in their earlier years. This is not from a decrease of 
interest in their aims, but because more doors are op>en 
elsewhere for free thought and speech. 

These movements started among the Quakers, whose 
quiet ways saved the free gatherings from turbulent dis- 
putes, and gave them decorous dignity, as well as liberty. 
A little later a commodious Free Church was buill in 
Sturgis, Michigan, lai^ely by Spiritualists of the more 
weighty sort, where for thirty-five years have been held 
the yearly meetings of the Harmoiiial Society — still useful 
and influential as well as interesting. At all these places 
meetings are held at other limes with more or less fre- 
quency, but the annua! gatherings are notable occasions, 
their general objects the sanie, the themes discussed vary- 
ing in different localities. A commiltee invites speak- 
ers, and makes the needed arrangements, all can take 
part in the discussions, and there is little formality of 
membership. The Longwood meeting-house stands 
amidst pleasant farms near Kennett, Chester county, the 
former home of Bayard Taylor at his "Cetlarcroft" farm, 
AnancientQuaker meeting-house near Waterloo was used 
for that meeting. A lai^e hall in a grove near the railroad 
is the North Collins gathering place, — hospitable people 
near, entertaining, doors and hearts open, and the social 
hours very pleasant. Anti-slavery, temperance, peace, 
woman-suffrage, religious ii^eas, Spiritualism, and other 
living questions were taken up, with eaniest utterance 
of differing opinions, and an avoidance of heated contro- 
versy. For instance, at Longwood 1 once heard an ortho- 
dox cleryman speak in favor of his idea of Christ's atone- 
ment, and Garrison reply, mutual respect ruling the 

From a thousand to over four thousand vv-as the usual 
attendance at the rustic Hemlock Hall at North ColUns. 
There and at other like meetings I have met Oliver John- 




son, Rev. Charles G. Ames, Rev. Samue! J. May, C C, 
Burleigh, C. D. B. Mills, Susan B. Anthony, Mrs. E. C.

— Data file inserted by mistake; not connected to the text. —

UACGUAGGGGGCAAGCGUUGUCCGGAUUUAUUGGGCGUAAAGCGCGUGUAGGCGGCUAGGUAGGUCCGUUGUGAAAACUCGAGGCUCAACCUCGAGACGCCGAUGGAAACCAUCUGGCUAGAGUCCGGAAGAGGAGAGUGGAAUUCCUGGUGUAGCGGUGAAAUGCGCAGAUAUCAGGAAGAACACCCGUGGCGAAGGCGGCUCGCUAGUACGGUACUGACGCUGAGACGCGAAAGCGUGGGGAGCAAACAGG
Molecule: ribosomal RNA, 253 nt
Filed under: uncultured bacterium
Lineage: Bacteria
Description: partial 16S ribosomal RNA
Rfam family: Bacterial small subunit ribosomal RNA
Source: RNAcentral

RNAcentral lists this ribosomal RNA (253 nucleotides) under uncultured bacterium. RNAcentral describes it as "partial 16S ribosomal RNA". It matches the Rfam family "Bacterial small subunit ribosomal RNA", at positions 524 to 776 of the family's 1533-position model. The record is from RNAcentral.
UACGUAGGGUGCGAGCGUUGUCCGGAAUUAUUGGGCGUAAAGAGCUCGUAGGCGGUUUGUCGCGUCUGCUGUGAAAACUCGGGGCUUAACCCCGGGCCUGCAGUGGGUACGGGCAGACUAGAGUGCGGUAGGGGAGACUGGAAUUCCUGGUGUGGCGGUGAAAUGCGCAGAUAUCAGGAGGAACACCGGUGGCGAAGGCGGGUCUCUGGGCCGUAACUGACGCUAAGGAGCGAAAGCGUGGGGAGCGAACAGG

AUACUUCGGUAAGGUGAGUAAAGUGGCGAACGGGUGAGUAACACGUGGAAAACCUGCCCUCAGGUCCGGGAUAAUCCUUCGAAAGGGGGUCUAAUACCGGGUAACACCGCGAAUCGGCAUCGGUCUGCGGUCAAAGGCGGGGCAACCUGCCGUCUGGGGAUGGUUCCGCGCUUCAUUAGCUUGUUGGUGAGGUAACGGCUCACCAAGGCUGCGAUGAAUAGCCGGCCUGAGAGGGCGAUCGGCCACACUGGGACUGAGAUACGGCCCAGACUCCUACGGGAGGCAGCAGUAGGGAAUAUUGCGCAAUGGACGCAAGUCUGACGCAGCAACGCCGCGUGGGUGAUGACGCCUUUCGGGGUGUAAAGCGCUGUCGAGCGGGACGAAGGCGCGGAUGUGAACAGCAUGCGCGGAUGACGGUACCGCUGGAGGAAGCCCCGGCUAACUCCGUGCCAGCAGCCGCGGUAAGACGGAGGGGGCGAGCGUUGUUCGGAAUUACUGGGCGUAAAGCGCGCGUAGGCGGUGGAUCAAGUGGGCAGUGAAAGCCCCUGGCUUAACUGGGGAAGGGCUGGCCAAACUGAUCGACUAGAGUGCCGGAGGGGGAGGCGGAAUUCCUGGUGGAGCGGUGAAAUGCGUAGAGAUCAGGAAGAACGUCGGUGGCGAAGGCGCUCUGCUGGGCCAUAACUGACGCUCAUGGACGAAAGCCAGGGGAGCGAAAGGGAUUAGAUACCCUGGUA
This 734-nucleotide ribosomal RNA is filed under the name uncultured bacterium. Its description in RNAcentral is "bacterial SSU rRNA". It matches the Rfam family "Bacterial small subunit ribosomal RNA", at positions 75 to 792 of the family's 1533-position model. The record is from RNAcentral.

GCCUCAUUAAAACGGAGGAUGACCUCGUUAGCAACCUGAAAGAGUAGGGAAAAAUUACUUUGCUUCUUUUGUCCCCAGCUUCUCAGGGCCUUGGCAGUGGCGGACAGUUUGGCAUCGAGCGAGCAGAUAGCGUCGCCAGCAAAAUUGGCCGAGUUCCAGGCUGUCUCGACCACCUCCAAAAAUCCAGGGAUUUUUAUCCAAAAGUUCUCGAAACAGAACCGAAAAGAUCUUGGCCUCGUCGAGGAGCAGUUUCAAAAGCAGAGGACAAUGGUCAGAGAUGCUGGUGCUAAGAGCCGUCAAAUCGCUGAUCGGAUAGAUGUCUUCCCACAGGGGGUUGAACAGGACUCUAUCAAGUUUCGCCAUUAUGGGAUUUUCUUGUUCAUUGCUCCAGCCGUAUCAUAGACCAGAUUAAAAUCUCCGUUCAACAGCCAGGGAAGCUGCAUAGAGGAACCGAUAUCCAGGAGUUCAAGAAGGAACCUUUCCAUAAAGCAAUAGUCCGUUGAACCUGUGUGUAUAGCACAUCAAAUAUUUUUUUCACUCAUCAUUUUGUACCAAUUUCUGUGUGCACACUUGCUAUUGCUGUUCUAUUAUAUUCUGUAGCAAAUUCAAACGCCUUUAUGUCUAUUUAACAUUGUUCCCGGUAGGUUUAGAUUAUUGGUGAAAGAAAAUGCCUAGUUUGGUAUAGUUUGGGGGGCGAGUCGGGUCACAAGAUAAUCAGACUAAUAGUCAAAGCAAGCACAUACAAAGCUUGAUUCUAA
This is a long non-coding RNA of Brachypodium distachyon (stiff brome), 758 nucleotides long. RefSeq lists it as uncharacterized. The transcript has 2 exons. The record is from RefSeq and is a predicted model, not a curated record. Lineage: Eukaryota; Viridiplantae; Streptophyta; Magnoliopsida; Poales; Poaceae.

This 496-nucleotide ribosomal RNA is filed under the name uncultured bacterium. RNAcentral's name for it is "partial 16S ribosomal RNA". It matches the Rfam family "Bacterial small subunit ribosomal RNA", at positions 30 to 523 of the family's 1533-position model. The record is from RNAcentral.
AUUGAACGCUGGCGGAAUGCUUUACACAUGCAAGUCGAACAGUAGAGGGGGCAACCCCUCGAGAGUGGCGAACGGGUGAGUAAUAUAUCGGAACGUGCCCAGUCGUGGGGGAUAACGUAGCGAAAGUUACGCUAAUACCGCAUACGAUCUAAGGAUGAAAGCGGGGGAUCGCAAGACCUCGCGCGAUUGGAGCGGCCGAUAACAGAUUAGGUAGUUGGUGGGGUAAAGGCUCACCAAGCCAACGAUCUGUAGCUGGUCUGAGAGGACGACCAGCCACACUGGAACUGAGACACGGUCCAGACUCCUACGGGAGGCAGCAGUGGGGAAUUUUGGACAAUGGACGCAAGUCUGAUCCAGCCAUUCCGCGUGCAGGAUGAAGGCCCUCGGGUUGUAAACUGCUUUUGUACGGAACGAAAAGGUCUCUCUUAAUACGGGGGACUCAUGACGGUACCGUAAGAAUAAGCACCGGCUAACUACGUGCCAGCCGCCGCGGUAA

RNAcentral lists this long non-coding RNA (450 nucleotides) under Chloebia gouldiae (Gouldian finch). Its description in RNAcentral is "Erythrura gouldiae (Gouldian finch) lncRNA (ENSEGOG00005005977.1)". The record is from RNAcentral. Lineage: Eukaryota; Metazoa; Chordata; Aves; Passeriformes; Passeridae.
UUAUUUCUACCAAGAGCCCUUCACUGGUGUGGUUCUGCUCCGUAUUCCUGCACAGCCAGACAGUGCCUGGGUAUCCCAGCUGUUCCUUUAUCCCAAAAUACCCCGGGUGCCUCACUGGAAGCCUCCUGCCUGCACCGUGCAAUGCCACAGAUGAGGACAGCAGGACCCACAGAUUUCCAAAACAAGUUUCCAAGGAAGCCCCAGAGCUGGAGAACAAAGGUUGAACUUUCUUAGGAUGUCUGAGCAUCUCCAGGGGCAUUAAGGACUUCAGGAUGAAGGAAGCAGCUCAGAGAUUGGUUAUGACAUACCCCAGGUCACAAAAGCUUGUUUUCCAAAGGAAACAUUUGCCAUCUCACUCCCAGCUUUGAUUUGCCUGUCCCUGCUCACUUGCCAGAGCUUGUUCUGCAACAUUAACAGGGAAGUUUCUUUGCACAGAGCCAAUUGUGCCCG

Stanton, W. L. Garrison, Frederick Douglass, Parker Pills- 
bury, George W. Taylor, Henry C. Wright, Sojourner 
Trulh, Seiaen J. Finney, Mrs. Lydia A. Pearsall and others, 
and have heard excellent words eloquently spoken. 

The good order and good conduct at the gatherings 
was remarkable. In the old anti-slavery days there 
were angry threats sometimes, hut never an outbreak. 
One morning I reached HemlocTt Hall to attend the North 
Collins meeting and met my friend Joseph Taylor. He 
came to the platform just before the meeting opened, and 
we shook hands. Something in his manner impressed me 
singularly. His tall and stalwart form seemed stronger 
than usua!, his face had an aspect of quiet resolution, he 
seemed like a charged battery, and look his seat on the 
platform, which he usually did not do. 

The meeting opened with a searching anti-slavery dis- 
cussion in which I look part, looking occasionally at my 
friend whosat erect and resolute as though ready to ''put 
ten thousand to flight." All passed along quietly as I 
supposed it would, and it was some days after, at Joseph 
Taylor's house, that he solved the riddle forme, "Did 
you know why I sat on the platform at the hall?" he 
asked, and I replied, no. "Well," said he, "1 heard 
that some fellows were going to fling you off the platform 
if you mads an abolition speech, and I kept close by to 
have a hand in the business. I thought it was well for 
"some fellows " that he did not "have a hand in," and 
my heart went out to my dear brave friend for his watch- 

I can see the old meeting-house near Waterloo, brown 
and bare in Quaker plainness, its grassy yard with the 
great forest trees, and the fruitful fields and orchards 
all around, as I saw it one pleasant June Sunday noon, 
thirty years ago. The shaded yard was full of people. 



fable-cloths were being spread on the grass, an abund- 
ance of food coming out of big baskets and piled on these* 
cloths by good women, while the pleasant talk of Iha'a 
waiting groups around cheered Iheir task. In one otm 
these groups was Samuel J. May, the gentle yet heroic J